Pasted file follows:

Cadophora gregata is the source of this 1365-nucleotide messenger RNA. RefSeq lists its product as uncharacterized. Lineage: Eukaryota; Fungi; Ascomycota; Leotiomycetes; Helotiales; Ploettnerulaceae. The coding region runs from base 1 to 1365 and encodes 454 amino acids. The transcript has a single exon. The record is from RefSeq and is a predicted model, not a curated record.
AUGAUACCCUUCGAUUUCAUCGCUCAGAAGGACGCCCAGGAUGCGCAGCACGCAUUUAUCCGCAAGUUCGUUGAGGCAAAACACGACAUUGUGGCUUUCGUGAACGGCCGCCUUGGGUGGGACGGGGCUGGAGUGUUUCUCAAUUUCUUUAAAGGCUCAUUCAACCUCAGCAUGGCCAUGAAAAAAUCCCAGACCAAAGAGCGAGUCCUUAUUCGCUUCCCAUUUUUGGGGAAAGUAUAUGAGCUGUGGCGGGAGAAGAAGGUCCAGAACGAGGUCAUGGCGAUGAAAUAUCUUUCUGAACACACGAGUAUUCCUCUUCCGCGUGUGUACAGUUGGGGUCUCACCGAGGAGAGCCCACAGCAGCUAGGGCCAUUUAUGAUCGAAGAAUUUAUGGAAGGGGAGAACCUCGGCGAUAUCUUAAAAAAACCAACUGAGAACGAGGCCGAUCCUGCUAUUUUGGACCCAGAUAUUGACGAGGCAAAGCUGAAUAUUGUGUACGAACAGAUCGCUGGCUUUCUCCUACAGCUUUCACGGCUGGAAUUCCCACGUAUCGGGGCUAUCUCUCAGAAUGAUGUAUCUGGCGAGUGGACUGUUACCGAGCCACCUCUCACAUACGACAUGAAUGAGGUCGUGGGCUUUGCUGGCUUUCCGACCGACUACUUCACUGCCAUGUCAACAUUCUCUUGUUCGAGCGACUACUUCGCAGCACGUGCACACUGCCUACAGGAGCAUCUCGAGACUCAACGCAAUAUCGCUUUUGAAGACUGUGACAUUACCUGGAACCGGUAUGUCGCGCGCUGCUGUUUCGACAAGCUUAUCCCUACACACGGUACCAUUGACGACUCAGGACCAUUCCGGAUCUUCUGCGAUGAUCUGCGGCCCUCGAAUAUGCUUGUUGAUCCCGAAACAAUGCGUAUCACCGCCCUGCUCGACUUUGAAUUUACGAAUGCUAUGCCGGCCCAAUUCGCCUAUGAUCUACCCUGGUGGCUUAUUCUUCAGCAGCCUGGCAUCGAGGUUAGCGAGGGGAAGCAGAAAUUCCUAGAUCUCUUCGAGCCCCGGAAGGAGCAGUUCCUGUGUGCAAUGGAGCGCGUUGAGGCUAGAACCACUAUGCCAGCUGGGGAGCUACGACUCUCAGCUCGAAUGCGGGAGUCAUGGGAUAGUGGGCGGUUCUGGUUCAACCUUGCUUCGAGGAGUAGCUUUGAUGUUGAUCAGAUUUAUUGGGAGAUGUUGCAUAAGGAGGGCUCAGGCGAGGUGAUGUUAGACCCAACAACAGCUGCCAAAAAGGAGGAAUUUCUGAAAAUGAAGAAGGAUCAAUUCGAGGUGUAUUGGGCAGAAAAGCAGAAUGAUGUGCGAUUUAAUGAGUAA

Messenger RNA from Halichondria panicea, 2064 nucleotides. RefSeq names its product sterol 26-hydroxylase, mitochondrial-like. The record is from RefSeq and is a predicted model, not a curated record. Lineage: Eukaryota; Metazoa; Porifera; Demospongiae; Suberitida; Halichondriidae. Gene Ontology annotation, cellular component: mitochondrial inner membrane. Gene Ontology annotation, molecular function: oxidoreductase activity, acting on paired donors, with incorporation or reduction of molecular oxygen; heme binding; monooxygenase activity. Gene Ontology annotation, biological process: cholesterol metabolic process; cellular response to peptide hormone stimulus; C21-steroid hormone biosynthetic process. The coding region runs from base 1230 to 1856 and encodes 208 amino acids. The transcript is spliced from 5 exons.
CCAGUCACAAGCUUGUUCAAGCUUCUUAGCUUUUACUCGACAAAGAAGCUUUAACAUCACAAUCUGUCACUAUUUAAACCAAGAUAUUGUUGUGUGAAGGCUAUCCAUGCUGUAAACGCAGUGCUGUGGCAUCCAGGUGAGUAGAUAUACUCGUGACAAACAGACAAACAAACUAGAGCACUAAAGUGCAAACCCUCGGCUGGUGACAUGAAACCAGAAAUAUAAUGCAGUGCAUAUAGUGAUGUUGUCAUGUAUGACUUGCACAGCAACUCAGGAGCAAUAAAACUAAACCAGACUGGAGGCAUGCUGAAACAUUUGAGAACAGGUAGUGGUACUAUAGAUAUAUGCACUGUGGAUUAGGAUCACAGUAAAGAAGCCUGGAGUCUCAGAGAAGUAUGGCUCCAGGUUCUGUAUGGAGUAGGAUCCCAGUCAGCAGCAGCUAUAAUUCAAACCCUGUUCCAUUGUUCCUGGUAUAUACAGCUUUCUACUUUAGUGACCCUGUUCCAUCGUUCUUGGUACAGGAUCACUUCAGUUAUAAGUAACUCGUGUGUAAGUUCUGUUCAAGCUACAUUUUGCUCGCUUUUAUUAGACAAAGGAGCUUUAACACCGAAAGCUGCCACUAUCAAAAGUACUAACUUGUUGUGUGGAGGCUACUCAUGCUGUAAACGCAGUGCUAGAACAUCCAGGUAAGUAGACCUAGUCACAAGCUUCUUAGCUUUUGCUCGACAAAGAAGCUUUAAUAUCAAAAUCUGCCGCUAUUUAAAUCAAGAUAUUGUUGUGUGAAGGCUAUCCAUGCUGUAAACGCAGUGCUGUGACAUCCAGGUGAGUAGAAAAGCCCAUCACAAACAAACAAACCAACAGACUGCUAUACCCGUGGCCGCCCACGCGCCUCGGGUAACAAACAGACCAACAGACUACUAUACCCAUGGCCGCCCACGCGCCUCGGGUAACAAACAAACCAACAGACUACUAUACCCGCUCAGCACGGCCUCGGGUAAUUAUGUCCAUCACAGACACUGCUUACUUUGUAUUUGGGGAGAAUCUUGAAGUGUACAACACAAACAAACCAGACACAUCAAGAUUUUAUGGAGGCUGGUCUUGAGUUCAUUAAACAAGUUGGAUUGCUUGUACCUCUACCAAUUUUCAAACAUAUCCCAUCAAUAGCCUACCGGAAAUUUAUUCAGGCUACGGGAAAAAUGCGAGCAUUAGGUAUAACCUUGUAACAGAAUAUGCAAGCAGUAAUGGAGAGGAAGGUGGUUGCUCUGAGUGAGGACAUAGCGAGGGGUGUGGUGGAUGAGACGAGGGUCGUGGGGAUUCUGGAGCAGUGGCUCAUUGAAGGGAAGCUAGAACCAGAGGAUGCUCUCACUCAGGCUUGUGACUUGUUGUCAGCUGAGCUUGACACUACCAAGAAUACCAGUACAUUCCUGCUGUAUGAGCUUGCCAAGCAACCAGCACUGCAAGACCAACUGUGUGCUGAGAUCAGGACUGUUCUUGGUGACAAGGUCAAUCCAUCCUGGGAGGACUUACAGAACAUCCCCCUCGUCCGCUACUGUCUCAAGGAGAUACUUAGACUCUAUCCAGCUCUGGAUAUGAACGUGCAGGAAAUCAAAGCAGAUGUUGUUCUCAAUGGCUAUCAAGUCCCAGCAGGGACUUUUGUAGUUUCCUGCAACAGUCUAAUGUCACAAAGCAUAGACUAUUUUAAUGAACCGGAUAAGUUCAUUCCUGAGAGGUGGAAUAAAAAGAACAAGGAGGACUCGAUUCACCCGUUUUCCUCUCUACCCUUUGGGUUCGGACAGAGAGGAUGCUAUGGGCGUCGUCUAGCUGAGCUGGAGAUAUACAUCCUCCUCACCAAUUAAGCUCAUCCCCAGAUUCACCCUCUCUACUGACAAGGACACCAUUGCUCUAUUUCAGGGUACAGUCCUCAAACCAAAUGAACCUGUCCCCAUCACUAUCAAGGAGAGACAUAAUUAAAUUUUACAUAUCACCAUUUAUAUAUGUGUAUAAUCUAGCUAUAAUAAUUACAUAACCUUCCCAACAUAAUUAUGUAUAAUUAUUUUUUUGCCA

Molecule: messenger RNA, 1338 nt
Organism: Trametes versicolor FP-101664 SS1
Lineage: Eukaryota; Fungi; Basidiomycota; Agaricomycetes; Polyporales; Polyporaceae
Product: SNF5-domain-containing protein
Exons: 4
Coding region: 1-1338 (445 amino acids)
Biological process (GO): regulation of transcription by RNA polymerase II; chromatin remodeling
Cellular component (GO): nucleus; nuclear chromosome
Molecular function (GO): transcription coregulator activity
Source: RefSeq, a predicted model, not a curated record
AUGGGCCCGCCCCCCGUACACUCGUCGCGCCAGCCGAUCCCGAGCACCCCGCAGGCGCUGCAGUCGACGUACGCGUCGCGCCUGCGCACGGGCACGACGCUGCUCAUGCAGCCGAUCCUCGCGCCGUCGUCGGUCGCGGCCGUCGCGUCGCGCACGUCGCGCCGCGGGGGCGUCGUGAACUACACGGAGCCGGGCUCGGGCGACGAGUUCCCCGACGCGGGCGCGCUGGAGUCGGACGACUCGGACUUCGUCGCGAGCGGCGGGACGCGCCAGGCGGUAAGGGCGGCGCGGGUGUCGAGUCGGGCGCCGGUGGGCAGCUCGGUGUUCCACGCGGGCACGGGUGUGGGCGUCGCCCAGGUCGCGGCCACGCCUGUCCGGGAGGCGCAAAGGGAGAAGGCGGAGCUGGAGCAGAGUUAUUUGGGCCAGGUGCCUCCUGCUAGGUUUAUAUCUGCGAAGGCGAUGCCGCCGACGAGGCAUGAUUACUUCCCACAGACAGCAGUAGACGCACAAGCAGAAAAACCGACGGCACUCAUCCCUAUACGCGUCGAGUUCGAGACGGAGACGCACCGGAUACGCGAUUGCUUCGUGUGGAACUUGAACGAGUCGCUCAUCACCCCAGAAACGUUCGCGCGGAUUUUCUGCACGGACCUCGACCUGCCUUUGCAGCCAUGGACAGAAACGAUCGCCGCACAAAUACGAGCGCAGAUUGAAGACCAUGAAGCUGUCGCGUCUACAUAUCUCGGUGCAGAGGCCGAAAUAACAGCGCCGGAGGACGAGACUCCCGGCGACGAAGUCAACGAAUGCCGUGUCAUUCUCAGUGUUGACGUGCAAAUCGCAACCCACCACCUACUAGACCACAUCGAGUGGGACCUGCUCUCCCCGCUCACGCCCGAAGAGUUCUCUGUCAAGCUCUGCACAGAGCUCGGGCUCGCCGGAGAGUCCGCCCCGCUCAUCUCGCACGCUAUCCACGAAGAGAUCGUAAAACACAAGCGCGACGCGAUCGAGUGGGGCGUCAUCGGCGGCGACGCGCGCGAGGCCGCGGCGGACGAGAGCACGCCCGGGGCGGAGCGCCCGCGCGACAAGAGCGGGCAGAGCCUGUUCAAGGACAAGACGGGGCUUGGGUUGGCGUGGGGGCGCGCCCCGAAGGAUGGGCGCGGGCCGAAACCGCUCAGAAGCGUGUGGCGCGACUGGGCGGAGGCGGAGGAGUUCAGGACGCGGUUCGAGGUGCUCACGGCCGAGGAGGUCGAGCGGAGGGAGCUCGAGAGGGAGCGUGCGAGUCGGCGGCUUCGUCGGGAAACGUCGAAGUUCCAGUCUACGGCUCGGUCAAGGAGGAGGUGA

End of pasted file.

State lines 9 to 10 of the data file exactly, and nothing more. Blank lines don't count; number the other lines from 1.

Exons: 4
Coding region: 1-1338 (445 amino acids)